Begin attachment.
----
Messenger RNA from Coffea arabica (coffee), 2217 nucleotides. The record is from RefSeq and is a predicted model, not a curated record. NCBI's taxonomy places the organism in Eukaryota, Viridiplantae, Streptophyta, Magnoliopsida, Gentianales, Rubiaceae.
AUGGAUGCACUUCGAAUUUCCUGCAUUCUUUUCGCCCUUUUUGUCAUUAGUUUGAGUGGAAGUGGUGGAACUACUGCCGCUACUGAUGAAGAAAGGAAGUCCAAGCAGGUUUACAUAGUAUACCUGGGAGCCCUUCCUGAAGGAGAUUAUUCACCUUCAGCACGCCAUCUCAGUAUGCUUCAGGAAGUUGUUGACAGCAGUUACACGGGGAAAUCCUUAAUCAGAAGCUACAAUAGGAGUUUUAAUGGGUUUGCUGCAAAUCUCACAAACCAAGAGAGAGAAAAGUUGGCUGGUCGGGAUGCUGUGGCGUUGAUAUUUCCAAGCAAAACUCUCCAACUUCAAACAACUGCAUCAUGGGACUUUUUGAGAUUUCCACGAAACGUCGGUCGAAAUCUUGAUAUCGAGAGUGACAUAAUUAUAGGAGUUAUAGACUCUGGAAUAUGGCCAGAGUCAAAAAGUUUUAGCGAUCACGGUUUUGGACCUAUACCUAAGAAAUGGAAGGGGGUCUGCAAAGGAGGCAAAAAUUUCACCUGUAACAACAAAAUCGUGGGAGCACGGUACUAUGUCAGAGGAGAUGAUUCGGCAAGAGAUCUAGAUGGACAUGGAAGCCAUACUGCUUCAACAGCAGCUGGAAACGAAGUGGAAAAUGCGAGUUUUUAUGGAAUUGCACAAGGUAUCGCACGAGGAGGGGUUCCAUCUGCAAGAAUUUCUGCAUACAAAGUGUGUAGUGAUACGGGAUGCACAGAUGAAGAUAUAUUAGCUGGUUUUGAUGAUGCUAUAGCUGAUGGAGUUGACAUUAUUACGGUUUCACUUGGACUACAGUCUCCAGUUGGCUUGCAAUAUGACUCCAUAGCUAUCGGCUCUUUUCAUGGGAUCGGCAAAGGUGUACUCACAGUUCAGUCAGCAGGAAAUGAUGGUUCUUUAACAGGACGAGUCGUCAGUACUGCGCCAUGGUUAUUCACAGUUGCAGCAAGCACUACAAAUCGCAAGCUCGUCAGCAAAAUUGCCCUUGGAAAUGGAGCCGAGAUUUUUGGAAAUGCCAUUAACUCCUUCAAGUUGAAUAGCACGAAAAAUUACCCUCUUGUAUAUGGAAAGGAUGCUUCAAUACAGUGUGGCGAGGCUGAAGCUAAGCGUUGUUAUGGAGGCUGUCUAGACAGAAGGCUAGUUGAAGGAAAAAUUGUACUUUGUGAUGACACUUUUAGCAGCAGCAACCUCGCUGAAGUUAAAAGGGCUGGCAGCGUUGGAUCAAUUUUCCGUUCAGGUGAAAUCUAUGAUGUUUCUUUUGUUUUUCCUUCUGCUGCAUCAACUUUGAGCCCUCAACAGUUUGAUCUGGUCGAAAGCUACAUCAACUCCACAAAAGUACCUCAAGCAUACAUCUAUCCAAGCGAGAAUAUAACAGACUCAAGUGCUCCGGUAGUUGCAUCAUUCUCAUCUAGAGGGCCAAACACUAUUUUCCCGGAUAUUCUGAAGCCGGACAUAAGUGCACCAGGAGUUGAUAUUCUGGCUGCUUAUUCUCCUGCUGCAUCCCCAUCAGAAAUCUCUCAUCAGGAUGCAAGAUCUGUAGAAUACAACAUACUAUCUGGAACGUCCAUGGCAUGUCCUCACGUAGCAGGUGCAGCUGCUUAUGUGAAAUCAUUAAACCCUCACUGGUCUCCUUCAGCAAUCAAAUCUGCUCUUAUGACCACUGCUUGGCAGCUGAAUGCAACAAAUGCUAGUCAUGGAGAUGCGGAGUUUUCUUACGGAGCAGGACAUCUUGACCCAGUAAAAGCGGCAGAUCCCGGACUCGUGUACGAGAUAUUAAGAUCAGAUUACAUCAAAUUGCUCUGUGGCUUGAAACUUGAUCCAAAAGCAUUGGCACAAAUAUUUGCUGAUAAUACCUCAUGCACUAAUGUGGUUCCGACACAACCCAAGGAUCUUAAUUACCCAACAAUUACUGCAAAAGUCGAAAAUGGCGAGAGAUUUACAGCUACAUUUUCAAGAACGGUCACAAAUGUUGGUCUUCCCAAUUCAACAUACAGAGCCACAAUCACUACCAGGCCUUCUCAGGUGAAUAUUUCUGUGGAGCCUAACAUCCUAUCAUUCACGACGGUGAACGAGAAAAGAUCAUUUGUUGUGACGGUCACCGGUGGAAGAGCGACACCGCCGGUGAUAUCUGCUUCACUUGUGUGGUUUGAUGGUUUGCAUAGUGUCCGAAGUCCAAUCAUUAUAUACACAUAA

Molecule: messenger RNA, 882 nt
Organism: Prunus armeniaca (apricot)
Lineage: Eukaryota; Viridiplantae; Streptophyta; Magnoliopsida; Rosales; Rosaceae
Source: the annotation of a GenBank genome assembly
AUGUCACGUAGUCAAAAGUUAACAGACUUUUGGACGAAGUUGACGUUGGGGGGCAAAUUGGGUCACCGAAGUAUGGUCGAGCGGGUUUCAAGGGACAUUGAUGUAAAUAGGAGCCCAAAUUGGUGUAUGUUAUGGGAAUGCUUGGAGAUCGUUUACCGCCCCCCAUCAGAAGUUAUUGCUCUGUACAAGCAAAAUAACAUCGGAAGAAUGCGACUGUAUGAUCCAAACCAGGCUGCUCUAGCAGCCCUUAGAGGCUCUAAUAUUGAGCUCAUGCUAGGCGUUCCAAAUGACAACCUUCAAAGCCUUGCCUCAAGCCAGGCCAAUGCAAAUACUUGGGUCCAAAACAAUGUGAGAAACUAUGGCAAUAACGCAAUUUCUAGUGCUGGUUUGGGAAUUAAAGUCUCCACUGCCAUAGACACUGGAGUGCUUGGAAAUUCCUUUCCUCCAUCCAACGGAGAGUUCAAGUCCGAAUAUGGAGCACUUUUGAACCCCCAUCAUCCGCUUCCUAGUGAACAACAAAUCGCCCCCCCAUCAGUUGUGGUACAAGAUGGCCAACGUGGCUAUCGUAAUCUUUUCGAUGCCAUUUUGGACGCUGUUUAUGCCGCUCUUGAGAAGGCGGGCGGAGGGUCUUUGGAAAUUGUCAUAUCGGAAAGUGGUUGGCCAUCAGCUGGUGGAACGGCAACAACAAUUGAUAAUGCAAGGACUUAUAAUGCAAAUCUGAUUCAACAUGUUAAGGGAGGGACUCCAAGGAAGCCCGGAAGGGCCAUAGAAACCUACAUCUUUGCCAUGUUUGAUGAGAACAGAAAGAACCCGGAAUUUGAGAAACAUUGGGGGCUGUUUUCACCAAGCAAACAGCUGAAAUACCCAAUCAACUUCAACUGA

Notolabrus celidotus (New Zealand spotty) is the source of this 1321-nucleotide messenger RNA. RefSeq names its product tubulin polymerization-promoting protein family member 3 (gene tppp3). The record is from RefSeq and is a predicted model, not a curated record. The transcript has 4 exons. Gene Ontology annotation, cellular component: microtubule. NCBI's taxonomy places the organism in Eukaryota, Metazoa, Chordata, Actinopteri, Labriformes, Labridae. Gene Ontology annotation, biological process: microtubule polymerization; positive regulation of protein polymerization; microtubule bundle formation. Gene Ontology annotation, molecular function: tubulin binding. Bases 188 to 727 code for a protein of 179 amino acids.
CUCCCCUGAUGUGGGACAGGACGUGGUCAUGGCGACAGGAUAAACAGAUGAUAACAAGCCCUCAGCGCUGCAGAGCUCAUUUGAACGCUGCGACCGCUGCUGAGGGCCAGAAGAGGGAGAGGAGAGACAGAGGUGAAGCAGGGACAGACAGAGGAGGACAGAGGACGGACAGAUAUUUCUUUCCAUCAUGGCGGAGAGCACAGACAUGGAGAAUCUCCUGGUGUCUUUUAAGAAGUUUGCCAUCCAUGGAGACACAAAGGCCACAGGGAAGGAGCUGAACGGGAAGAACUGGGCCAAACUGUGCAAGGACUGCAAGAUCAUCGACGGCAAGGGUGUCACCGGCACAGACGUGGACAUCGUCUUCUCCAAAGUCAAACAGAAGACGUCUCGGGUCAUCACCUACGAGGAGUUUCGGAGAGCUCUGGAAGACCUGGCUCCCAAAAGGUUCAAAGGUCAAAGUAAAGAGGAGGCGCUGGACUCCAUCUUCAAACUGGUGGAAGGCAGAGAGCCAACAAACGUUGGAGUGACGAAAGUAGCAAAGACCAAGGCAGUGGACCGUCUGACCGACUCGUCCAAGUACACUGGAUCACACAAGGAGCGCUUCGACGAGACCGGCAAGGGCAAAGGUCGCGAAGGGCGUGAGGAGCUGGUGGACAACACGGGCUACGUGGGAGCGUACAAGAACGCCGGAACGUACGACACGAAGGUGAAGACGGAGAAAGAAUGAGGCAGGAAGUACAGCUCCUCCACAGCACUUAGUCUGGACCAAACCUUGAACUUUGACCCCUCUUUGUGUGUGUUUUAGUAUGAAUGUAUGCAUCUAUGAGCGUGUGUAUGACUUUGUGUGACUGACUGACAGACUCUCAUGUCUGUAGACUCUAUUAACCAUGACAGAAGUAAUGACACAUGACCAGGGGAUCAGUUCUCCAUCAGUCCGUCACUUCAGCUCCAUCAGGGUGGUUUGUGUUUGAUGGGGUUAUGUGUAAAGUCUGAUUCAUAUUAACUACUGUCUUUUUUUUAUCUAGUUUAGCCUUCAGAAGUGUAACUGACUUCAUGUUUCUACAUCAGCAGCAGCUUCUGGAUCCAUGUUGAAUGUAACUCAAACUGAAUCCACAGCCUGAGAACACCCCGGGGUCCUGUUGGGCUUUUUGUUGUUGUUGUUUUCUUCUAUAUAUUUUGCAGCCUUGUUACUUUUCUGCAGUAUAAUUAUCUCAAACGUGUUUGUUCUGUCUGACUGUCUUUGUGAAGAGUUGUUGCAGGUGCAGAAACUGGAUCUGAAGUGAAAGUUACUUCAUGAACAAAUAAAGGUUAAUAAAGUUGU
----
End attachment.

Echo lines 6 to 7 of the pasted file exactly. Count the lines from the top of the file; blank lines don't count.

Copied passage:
Source: the annotation of a GenBank genome assembly
AUGUCACGUAGUCAAAAGUUAACAGACUUUUGGACGAAGUUGACGUUGGGGGGCAAAUUGGGUCACCGAAGUAUGGUCGAGCGGGUUUCAAGGGACAUUGAUGUAAAUAGGAGCCCAAAUUGGUGUAUGUUAUGGGAAUGCUUGGAGAUCGUUUACCGCCCCCCAUCAGAAGUUAUUGCUCUGUACAAGCAAAAUAACAUCGGAAGAAUGCGACUGUAUGAUCCAAACCAGGCUGCUCUAGCAGCCCUUAGAGGCUCUAAUAUUGAGCUCAUGCUAGGCGUUCCAAAUGACAACCUUCAAAGCCUUGCCUCAAGCCAGGCCAAUGCAAAUACUUGGGUCCAAAACAAUGUGAGAAACUAUGGCAAUAACGCAAUUUCUAGUGCUGGUUUGGGAAUUAAAGUCUCCACUGCCAUAGACACUGGAGUGCUUGGAAAUUCCUUUCCUCCAUCCAACGGAGAGUUCAAGUCCGAAUAUGGAGCACUUUUGAACCCCCAUCAUCCGCUUCCUAGUGAACAACAAAUCGCCCCCCCAUCAGUUGUGGUACAAGAUGGCCAACGUGGCUAUCGUAAUCUUUUCGAUGCCAUUUUGGACGCUGUUUAUGCCGCUCUUGAGAAGGCGGGCGGAGGGUCUUUGGAAAUUGUCAUAUCGGAAAGUGGUUGGCCAUCAGCUGGUGGAACGGCAACAACAAUUGAUAAUGCAAGGACUUAUAAUGCAAAUCUGAUUCAACAUGUUAAGGGAGGGACUCCAAGGAAGCCCGGAAGGGCCAUAGAAACCUACAUCUUUGCCAUGUUUGAUGAGAACAGAAAGAACCCGGAAUUUGAGAAACAUUGGGGGCUGUUUUCACCAAGCAAACAGCUGAAAUACCCAAUCAACUUCAACUGA